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Could a gaseous moon exist in the same way as a giant gas planet? All the moons in the solar system are rocky, or icy. Why shouldn't gas planets have gas moons?

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    $\begingroup$ Have you heard the one about how one must require mass first in order to attract gas then? Or else it flies away gas as it is, and that such initial mass is formed by accumulating a core of dust/rock that can stick together chemically and physically. Hydrogen and helium don't spontaneously form compact spheres, unless there's a rocky mass to attract them gravitationally. $\endgroup$ – LocalFluff Nov 13 '15 at 23:06
  • $\begingroup$ @LocalFluff Of course not. But there should be more than enough rocky mass to form gaseous moons on other planets, right? $\endgroup$ – Sir Cumference Nov 13 '15 at 23:33
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    $\begingroup$ Oh I see now, not purely gaseous, but like a gas giant moon. I don't see why not. A Jupiter could capture a Neptune as its moon for all that I know. Titan is outgassing a thick atmosphere, I suppose it's a matter of definition of what a gas moon is. One moon does have an atmosphere, so the phenomenon is certainly real. (I love all these one offs in the Solar System, because it must be so hard for astronomers to construct a general theory about it). $\endgroup$ – LocalFluff Nov 14 '15 at 0:11
  • $\begingroup$ @LocalFluff Then why haven't we found any moons that are mostly gas, just like Jupiter and Saturn are? $\endgroup$ – Sir Cumference Nov 14 '15 at 0:31
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    $\begingroup$ HDE Posted this, I'll just drop the picture here en.wikipedia.org/wiki/… You need a very low temperature for a moon to retain it's hydrogen and helium. It's very difficult to do that near a sun. It might be possible in deep space, like an escaped rogue moon might be cold enough. $\endgroup$ – userLTK Nov 14 '15 at 3:26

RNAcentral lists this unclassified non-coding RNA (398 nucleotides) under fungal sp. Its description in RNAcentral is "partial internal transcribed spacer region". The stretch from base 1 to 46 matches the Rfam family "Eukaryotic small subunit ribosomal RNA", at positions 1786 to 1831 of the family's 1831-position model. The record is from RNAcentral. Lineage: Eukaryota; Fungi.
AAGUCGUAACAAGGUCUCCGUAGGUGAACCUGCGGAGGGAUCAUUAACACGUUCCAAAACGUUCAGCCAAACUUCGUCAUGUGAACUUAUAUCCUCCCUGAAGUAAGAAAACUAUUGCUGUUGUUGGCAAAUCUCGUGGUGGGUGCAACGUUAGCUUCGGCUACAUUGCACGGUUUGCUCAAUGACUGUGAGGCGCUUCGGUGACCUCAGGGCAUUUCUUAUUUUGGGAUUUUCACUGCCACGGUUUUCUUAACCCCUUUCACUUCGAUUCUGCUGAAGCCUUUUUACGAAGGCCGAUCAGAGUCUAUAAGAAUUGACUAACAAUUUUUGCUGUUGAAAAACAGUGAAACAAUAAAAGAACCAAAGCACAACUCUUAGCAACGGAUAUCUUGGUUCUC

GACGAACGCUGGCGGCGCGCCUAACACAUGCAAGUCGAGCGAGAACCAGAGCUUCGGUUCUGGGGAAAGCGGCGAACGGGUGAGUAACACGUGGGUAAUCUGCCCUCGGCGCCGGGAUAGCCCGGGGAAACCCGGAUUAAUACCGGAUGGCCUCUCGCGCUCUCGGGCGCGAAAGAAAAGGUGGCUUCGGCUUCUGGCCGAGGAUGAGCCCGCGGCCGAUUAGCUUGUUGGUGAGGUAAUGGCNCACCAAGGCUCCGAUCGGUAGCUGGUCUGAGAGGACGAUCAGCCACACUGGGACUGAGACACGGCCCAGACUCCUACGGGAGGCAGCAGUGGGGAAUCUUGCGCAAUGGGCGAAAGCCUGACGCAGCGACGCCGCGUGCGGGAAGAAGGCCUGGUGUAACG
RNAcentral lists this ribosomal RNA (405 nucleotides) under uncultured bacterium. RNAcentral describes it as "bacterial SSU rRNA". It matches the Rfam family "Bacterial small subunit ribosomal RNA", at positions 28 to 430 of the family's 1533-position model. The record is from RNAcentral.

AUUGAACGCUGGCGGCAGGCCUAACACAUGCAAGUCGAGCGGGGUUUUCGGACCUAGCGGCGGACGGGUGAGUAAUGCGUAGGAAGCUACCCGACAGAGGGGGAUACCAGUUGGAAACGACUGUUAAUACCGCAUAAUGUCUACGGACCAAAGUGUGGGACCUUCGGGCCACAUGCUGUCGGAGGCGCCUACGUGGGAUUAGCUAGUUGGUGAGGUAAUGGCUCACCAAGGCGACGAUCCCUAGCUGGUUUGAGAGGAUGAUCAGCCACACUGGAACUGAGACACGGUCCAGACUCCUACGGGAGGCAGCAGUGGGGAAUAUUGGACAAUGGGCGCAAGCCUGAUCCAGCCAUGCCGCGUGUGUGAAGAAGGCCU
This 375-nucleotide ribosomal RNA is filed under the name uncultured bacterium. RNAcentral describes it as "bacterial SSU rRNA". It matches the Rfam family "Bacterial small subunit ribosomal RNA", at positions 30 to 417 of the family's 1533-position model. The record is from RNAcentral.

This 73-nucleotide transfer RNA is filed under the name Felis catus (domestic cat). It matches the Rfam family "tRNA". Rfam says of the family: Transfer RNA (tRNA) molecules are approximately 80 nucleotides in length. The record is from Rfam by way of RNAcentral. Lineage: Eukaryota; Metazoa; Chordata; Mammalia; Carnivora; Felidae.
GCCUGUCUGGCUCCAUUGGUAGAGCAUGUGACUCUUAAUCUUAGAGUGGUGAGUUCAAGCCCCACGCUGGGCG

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LocalFluff's comment is spot-on. You need mass to have gas, and moons just don't have enough.

It is thought that gas giants gathered the gas they have today by accreting large amounts of it from the protoplanetary disk in the early days of the Solar System. At first, they were only gas-less cores (not rocky, exactly, but not gaseous), but they quickly became the most massive objects in their immediate vicinities, and thus gobbled up all the gas nearby them.

Now, less massive bodies, like Earth, can still accrete gas. However, they have difficulty retaining it. Lammer et al. (2014) calculated that under conditions like those experienced in the young Solar System, planets of one Earth mass or less could retain captured hydrogen envelopes for no more than ~100 million years - a long time for us humans, but shorter for astronomical objects.

The hydrogen escapes via atmospheric escape, which happens when particles in the atmosphere have velocities higher than escape velocity. This phenomenon is known as Jeans escape. Atmospheric escape happens more often with lighter gases, such as hydrogen. It is also influenced by stellar winds, which can cause even gas giants (generally close to the star, such as hot Jupiters) to lose some or all of their atmospheres.

I wouldn't call gas moons impossible, but certainly very unlikely.

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